Maintainer Teammember, no objections from any team member, and after has been open for around five working days. Use your best judgment for how long to wait to ensure inclusive decision making process and be sure to include others in discussion. The more complex, the more time you should give people. The more people agree, the more quickly you can safely merge.
Changes to team policies may be merged with at least two approvals from
JupyterHub Councilmembers, no objections from any team member, and has been open for around five working days (follow the same guidelines as above).
Proposals without consensus may be merged if the
JupyterHub Councilhas majority agreement to merge, and if there have been at least five working days to discuss.
What to look for when reviewing#
As a team member, you’re encouraged to help others contribute to the project by reviewing their code, guiding them towards making a contribution and improving it, and ultimately merging their contribution into the project.
Having merge rights is both a privilege and a responsibility - please be thoughtful when using it! To that extent, here are a few guidelines when deciding to merge things into one of our repositories2.
It gets the big picture right. The most important thing is that a PR moves our codebase in the right direction, that it generally makes the right decisions, and that it doesn’t introduce any major strategic risks. Don’t iterate too much on the little stuff and only block a PR for major strategic concerns, not just because it’s not exactly how you’d like it to be3. If you’d like to nitpick minor details, make it clear that they’re not blocking or open follow-up issues to track them.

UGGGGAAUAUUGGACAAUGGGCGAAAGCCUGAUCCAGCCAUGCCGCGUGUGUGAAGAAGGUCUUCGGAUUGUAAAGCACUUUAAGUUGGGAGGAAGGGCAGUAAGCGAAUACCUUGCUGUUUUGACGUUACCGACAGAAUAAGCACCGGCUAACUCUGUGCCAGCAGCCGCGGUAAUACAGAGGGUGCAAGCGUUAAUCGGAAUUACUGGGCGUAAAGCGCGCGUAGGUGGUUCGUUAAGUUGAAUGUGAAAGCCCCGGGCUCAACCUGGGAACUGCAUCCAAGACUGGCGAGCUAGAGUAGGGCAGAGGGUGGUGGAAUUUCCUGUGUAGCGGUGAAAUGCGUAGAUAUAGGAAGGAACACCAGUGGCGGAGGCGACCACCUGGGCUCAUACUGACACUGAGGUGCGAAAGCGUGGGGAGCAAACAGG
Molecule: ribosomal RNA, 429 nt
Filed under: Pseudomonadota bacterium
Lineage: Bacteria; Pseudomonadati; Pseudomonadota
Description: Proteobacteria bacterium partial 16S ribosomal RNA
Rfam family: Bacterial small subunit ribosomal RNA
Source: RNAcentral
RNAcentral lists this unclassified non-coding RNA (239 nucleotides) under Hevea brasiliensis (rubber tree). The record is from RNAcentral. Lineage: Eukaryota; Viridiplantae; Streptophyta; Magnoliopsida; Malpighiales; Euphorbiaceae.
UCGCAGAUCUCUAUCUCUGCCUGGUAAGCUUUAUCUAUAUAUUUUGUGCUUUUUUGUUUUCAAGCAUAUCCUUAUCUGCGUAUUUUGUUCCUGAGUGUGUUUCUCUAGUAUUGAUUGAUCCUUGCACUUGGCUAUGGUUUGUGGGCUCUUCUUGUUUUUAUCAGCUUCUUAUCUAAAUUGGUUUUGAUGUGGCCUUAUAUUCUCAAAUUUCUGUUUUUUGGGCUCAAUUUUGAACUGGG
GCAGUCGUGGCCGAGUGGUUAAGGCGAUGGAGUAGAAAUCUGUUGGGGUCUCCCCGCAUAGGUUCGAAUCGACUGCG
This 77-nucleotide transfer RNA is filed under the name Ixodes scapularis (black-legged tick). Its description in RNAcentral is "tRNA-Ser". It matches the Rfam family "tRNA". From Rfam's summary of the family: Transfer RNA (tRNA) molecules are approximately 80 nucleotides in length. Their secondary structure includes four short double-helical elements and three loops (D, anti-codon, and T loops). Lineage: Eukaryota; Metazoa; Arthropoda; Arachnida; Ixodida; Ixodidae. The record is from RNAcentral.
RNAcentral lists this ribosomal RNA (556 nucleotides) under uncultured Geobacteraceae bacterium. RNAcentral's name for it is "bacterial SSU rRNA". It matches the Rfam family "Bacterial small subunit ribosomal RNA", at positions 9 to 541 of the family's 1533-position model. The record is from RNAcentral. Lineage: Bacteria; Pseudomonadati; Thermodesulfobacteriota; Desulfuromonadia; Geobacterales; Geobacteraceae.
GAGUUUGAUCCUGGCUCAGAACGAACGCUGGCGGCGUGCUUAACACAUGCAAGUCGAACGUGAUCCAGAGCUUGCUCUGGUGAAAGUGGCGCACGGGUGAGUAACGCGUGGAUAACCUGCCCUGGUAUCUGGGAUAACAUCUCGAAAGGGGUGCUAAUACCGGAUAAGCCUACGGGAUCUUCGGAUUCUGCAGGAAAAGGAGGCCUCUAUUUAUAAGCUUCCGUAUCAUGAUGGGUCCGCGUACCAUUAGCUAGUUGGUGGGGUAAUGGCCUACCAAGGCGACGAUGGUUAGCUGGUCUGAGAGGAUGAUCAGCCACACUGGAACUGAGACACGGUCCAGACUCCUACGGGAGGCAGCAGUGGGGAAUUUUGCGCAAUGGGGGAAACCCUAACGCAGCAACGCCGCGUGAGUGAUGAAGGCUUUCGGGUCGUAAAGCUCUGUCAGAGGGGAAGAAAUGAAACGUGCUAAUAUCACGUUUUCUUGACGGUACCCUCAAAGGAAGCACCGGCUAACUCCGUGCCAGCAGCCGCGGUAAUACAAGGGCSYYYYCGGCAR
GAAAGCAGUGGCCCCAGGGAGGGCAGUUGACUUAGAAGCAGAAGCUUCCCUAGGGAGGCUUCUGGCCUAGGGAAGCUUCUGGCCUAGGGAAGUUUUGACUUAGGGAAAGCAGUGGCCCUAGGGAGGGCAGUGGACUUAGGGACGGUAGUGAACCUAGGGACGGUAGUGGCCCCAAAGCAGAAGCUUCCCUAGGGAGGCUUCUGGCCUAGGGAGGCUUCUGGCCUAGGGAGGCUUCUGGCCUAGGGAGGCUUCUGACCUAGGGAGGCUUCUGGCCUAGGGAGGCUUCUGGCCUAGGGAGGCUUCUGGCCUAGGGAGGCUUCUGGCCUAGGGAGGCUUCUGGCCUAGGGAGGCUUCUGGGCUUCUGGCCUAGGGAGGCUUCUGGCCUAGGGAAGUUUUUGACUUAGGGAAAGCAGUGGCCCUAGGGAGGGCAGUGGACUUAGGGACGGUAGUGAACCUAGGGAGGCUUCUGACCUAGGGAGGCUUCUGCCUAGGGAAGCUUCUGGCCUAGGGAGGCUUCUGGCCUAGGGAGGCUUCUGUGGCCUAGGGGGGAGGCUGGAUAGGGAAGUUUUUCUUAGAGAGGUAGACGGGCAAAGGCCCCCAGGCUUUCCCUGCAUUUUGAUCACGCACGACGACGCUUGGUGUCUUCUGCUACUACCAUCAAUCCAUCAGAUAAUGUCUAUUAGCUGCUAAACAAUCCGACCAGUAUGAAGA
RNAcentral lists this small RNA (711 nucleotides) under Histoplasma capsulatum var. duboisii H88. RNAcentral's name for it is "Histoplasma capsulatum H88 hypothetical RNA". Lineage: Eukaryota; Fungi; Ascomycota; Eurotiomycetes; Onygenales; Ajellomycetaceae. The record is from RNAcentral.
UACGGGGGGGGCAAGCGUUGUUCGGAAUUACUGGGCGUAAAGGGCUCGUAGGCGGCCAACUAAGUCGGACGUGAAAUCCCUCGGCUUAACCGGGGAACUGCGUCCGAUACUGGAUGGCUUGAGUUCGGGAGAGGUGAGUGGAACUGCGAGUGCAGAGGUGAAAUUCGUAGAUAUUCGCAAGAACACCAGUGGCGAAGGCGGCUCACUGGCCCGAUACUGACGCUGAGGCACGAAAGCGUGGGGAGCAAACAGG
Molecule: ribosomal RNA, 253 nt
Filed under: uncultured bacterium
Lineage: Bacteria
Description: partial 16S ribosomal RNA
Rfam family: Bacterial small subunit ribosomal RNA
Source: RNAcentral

There are tests and they pass. We try not to merge any new features (or bugfixes!) without adding tests for them. It’s easy to consider something minor enough that it doesn’t warrant a test, but try to avoid doing this! Adding tests usually only takes a moment, and our future selves will thank us for it later.
There is documentation. If we’re changing or adding functionality, ensure that there is documentation describing the change to others. Functionality that isn’t documented is much less discoverable and maintainable.
The code is secure. We must avoid introducing changes that may lead to a security vulnerability. If your code is complicated please include comments to ensure future maintainers do not inadvertently introduce a new vulnerability.
There’s been enough time for discussion. We’re an open community with an inclusive decision-making process. This means that sometimes we need to slow down to make sure others have a chance to review and provide their thoughts on changes. There’s no hard rule for this, but try to make sure people have a chance to weigh in. Consider pinging people that you think might be interested in a question, and give it a few extra days before merging if you think a topic will be complex enough to warrant discussion.
That said, don’t be afraid to merge! If you think a change is really complex or potentially controversial, give it some time, but for most changes it is fine to just go ahead and merge. Again, we trust your judgment, and we don’t want these guidelines to become a burden that slows down development.
The only exception we can think of is when pushing a commit to
mainduring a release, but we’ll leave this open-ended just in case there are other cases where this is useful.
These are inspired by Simon Willion’s blog post on “The Perfect Commit”.
For some guidelines about how to provide strategic-level input and not block decisions on non-essential details, see this consent-based decision-making guide.